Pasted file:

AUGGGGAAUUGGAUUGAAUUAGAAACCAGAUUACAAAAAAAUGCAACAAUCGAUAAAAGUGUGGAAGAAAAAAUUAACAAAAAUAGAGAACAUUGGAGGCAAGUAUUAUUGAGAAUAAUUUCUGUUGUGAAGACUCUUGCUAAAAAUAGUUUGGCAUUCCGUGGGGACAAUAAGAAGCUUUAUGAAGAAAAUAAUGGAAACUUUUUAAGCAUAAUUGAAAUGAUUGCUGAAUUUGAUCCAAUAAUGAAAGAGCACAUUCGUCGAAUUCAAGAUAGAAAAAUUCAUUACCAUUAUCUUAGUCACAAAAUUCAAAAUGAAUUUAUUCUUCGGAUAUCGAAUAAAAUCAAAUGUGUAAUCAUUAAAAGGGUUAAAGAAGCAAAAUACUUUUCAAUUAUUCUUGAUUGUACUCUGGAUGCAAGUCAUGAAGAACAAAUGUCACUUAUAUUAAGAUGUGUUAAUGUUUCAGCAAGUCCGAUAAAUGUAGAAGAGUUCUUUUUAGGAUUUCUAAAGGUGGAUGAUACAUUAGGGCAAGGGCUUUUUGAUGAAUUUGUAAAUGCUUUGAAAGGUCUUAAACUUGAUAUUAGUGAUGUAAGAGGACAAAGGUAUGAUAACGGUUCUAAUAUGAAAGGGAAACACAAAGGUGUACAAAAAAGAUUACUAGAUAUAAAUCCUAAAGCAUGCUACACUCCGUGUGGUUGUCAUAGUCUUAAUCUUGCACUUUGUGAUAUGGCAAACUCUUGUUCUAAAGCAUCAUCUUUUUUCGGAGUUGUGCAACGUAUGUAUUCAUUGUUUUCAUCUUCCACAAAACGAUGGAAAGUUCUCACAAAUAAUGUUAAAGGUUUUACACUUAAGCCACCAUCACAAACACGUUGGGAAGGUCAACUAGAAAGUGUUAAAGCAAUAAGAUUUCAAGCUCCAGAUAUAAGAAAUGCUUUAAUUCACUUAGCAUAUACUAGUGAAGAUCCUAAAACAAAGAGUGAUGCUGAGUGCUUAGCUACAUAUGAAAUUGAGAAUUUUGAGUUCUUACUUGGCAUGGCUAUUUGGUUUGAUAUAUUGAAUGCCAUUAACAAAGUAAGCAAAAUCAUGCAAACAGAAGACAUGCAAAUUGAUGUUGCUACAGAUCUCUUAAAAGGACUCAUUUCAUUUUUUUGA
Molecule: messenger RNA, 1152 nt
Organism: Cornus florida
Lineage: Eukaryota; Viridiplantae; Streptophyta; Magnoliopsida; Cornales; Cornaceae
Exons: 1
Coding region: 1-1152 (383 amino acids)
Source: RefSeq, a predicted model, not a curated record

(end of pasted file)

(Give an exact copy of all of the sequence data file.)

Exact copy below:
AUGGGGAAUUGGAUUGAAUUAGAAACCAGAUUACAAAAAAAUGCAACAAUCGAUAAAAGUGUGGAAGAAAAAAUUAACAAAAAUAGAGAACAUUGGAGGCAAGUAUUAUUGAGAAUAAUUUCUGUUGUGAAGACUCUUGCUAAAAAUAGUUUGGCAUUCCGUGGGGACAAUAAGAAGCUUUAUGAAGAAAAUAAUGGAAACUUUUUAAGCAUAAUUGAAAUGAUUGCUGAAUUUGAUCCAAUAAUGAAAGAGCACAUUCGUCGAAUUCAAGAUAGAAAAAUUCAUUACCAUUAUCUUAGUCACAAAAUUCAAAAUGAAUUUAUUCUUCGGAUAUCGAAUAAAAUCAAAUGUGUAAUCAUUAAAAGGGUUAAAGAAGCAAAAUACUUUUCAAUUAUUCUUGAUUGUACUCUGGAUGCAAGUCAUGAAGAACAAAUGUCACUUAUAUUAAGAUGUGUUAAUGUUUCAGCAAGUCCGAUAAAUGUAGAAGAGUUCUUUUUAGGAUUUCUAAAGGUGGAUGAUACAUUAGGGCAAGGGCUUUUUGAUGAAUUUGUAAAUGCUUUGAAAGGUCUUAAACUUGAUAUUAGUGAUGUAAGAGGACAAAGGUAUGAUAACGGUUCUAAUAUGAAAGGGAAACACAAAGGUGUACAAAAAAGAUUACUAGAUAUAAAUCCUAAAGCAUGCUACACUCCGUGUGGUUGUCAUAGUCUUAAUCUUGCACUUUGUGAUAUGGCAAACUCUUGUUCUAAAGCAUCAUCUUUUUUCGGAGUUGUGCAACGUAUGUAUUCAUUGUUUUCAUCUUCCACAAAACGAUGGAAAGUUCUCACAAAUAAUGUUAAAGGUUUUACACUUAAGCCACCAUCACAAACACGUUGGGAAGGUCAACUAGAAAGUGUUAAAGCAAUAAGAUUUCAAGCUCCAGAUAUAAGAAAUGCUUUAAUUCACUUAGCAUAUACUAGUGAAGAUCCUAAAACAAAGAGUGAUGCUGAGUGCUUAGCUACAUAUGAAAUUGAGAAUUUUGAGUUCUUACUUGGCAUGGCUAUUUGGUUUGAUAUAUUGAAUGCCAUUAACAAAGUAAGCAAAAUCAUGCAAACAGAAGACAUGCAAAUUGAUGUUGCUACAGAUCUCUUAAAAGGACUCAUUUCAUUUUUUUGA
Molecule: messenger RNA, 1152 nt
Organism: Cornus florida
Lineage: Eukaryota; Viridiplantae; Streptophyta; Magnoliopsida; Cornales; Cornaceae
Exons: 1
Coding region: 1-1152 (383 amino acids)
Source: RefSeq, a predicted model, not a curated record